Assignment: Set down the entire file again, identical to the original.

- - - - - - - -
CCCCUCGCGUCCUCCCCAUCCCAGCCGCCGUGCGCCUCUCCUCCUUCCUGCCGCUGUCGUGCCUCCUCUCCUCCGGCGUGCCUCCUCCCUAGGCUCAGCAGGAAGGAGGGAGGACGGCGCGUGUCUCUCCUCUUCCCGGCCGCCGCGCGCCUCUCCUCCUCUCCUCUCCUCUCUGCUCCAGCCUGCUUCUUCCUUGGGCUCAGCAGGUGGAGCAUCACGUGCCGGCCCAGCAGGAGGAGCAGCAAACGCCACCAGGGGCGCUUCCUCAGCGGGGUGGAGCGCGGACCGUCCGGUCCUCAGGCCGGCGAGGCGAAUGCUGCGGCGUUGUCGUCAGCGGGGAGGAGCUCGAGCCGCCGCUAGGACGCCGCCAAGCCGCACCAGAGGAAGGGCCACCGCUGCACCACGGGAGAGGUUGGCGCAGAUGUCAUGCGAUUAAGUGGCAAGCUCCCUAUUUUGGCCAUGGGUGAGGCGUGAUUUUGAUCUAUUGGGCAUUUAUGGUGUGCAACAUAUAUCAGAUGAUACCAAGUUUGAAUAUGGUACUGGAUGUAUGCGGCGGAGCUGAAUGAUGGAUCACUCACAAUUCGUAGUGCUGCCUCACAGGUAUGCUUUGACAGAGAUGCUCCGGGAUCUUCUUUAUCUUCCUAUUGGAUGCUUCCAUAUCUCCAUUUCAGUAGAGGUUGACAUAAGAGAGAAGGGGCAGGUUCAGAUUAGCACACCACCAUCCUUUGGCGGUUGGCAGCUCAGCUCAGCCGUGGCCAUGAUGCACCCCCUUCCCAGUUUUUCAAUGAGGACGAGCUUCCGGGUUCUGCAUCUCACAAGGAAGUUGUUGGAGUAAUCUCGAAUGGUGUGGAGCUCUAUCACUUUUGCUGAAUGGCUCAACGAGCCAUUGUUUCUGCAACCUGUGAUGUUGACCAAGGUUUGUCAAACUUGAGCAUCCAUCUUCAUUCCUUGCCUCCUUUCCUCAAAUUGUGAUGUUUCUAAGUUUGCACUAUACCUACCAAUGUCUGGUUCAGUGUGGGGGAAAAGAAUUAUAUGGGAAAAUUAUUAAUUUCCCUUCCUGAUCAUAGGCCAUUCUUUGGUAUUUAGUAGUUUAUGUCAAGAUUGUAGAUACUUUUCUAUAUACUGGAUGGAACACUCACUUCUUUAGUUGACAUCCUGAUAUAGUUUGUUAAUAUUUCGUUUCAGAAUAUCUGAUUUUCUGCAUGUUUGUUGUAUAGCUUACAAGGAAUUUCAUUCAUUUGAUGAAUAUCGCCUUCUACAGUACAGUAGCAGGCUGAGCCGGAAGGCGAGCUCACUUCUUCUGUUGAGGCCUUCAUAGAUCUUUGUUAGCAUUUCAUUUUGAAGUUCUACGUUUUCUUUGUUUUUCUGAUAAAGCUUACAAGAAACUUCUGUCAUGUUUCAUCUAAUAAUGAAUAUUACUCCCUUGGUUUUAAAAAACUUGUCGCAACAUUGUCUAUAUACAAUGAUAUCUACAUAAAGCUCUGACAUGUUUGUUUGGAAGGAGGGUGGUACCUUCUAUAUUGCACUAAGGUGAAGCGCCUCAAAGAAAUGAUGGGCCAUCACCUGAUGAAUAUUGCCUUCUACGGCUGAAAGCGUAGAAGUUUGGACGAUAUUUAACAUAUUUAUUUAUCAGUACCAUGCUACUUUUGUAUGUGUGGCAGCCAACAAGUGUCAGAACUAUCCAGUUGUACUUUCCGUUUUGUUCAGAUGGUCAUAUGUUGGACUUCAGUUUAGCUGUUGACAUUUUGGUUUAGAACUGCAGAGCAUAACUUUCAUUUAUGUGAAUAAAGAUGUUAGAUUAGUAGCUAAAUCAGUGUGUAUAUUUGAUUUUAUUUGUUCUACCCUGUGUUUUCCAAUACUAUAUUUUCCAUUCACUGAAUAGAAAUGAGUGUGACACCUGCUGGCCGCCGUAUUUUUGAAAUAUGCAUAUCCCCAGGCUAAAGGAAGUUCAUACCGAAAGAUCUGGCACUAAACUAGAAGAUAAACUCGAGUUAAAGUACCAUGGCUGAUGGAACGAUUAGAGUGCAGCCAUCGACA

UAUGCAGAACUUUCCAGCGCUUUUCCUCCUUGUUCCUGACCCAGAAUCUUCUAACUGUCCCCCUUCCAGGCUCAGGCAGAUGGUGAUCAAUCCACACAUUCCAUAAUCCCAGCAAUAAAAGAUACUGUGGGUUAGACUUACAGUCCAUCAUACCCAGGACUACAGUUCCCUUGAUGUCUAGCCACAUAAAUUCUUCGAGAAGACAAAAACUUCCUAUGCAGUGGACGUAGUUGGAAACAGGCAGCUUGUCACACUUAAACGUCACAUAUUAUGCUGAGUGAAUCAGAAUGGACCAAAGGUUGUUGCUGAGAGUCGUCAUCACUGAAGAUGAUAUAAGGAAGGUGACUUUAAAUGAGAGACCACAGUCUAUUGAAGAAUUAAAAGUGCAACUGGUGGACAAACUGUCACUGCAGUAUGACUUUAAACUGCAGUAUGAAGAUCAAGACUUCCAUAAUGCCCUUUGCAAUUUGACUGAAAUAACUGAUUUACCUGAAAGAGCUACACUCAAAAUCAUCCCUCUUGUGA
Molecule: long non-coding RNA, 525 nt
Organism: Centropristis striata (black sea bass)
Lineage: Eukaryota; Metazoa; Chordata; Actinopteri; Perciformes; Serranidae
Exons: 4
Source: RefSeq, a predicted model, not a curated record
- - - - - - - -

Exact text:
CCCCUCGCGUCCUCCCCAUCCCAGCCGCCGUGCGCCUCUCCUCCUUCCUGCCGCUGUCGUGCCUCCUCUCCUCCGGCGUGCCUCCUCCCUAGGCUCAGCAGGAAGGAGGGAGGACGGCGCGUGUCUCUCCUCUUCCCGGCCGCCGCGCGCCUCUCCUCCUCUCCUCUCCUCUCUGCUCCAGCCUGCUUCUUCCUUGGGCUCAGCAGGUGGAGCAUCACGUGCCGGCCCAGCAGGAGGAGCAGCAAACGCCACCAGGGGCGCUUCCUCAGCGGGGUGGAGCGCGGACCGUCCGGUCCUCAGGCCGGCGAGGCGAAUGCUGCGGCGUUGUCGUCAGCGGGGAGGAGCUCGAGCCGCCGCUAGGACGCCGCCAAGCCGCACCAGAGGAAGGGCCACCGCUGCACCACGGGAGAGGUUGGCGCAGAUGUCAUGCGAUUAAGUGGCAAGCUCCCUAUUUUGGCCAUGGGUGAGGCGUGAUUUUGAUCUAUUGGGCAUUUAUGGUGUGCAACAUAUAUCAGAUGAUACCAAGUUUGAAUAUGGUACUGGAUGUAUGCGGCGGAGCUGAAUGAUGGAUCACUCACAAUUCGUAGUGCUGCCUCACAGGUAUGCUUUGACAGAGAUGCUCCGGGAUCUUCUUUAUCUUCCUAUUGGAUGCUUCCAUAUCUCCAUUUCAGUAGAGGUUGACAUAAGAGAGAAGGGGCAGGUUCAGAUUAGCACACCACCAUCCUUUGGCGGUUGGCAGCUCAGCUCAGCCGUGGCCAUGAUGCACCCCCUUCCCAGUUUUUCAAUGAGGACGAGCUUCCGGGUUCUGCAUCUCACAAGGAAGUUGUUGGAGUAAUCUCGAAUGGUGUGGAGCUCUAUCACUUUUGCUGAAUGGCUCAACGAGCCAUUGUUUCUGCAACCUGUGAUGUUGACCAAGGUUUGUCAAACUUGAGCAUCCAUCUUCAUUCCUUGCCUCCUUUCCUCAAAUUGUGAUGUUUCUAAGUUUGCACUAUACCUACCAAUGUCUGGUUCAGUGUGGGGGAAAAGAAUUAUAUGGGAAAAUUAUUAAUUUCCCUUCCUGAUCAUAGGCCAUUCUUUGGUAUUUAGUAGUUUAUGUCAAGAUUGUAGAUACUUUUCUAUAUACUGGAUGGAACACUCACUUCUUUAGUUGACAUCCUGAUAUAGUUUGUUAAUAUUUCGUUUCAGAAUAUCUGAUUUUCUGCAUGUUUGUUGUAUAGCUUACAAGGAAUUUCAUUCAUUUGAUGAAUAUCGCCUUCUACAGUACAGUAGCAGGCUGAGCCGGAAGGCGAGCUCACUUCUUCUGUUGAGGCCUUCAUAGAUCUUUGUUAGCAUUUCAUUUUGAAGUUCUACGUUUUCUUUGUUUUUCUGAUAAAGCUUACAAGAAACUUCUGUCAUGUUUCAUCUAAUAAUGAAUAUUACUCCCUUGGUUUUAAAAAACUUGUCGCAACAUUGUCUAUAUACAAUGAUAUCUACAUAAAGCUCUGACAUGUUUGUUUGGAAGGAGGGUGGUACCUUCUAUAUUGCACUAAGGUGAAGCGCCUCAAAGAAAUGAUGGGCCAUCACCUGAUGAAUAUUGCCUUCUACGGCUGAAAGCGUAGAAGUUUGGACGAUAUUUAACAUAUUUAUUUAUCAGUACCAUGCUACUUUUGUAUGUGUGGCAGCCAACAAGUGUCAGAACUAUCCAGUUGUACUUUCCGUUUUGUUCAGAUGGUCAUAUGUUGGACUUCAGUUUAGCUGUUGACAUUUUGGUUUAGAACUGCAGAGCAUAACUUUCAUUUAUGUGAAUAAAGAUGUUAGAUUAGUAGCUAAAUCAGUGUGUAUAUUUGAUUUUAUUUGUUCUACCCUGUGUUUUCCAAUACUAUAUUUUCCAUUCACUGAAUAGAAAUGAGUGUGACACCUGCUGGCCGCCGUAUUUUUGAAAUAUGCAUAUCCCCAGGCUAAAGGAAGUUCAUACCGAAAGAUCUGGCACUAAACUAGAAGAUAAACUCGAGUUAAAGUACCAUGGCUGAUGGAACGAUUAGAGUGCAGCCAUCGACA

UAUGCAGAACUUUCCAGCGCUUUUCCUCCUUGUUCCUGACCCAGAAUCUUCUAACUGUCCCCCUUCCAGGCUCAGGCAGAUGGUGAUCAAUCCACACAUUCCAUAAUCCCAGCAAUAAAAGAUACUGUGGGUUAGACUUACAGUCCAUCAUACCCAGGACUACAGUUCCCUUGAUGUCUAGCCACAUAAAUUCUUCGAGAAGACAAAAACUUCCUAUGCAGUGGACGUAGUUGGAAACAGGCAGCUUGUCACACUUAAACGUCACAUAUUAUGCUGAGUGAAUCAGAAUGGACCAAAGGUUGUUGCUGAGAGUCGUCAUCACUGAAGAUGAUAUAAGGAAGGUGACUUUAAAUGAGAGACCACAGUCUAUUGAAGAAUUAAAAGUGCAACUGGUGGACAAACUGUCACUGCAGUAUGACUUUAAACUGCAGUAUGAAGAUCAAGACUUCCAUAAUGCCCUUUGCAAUUUGACUGAAAUAACUGAUUUACCUGAAAGAGCUACACUCAAAAUCAUCCCUCUUGUGA
Molecule: long non-coding RNA, 525 nt
Organism: Centropristis striata (black sea bass)
Lineage: Eukaryota; Metazoa; Chordata; Actinopteri; Perciformes; Serranidae
Exons: 4
Source: RefSeq, a predicted model, not a curated record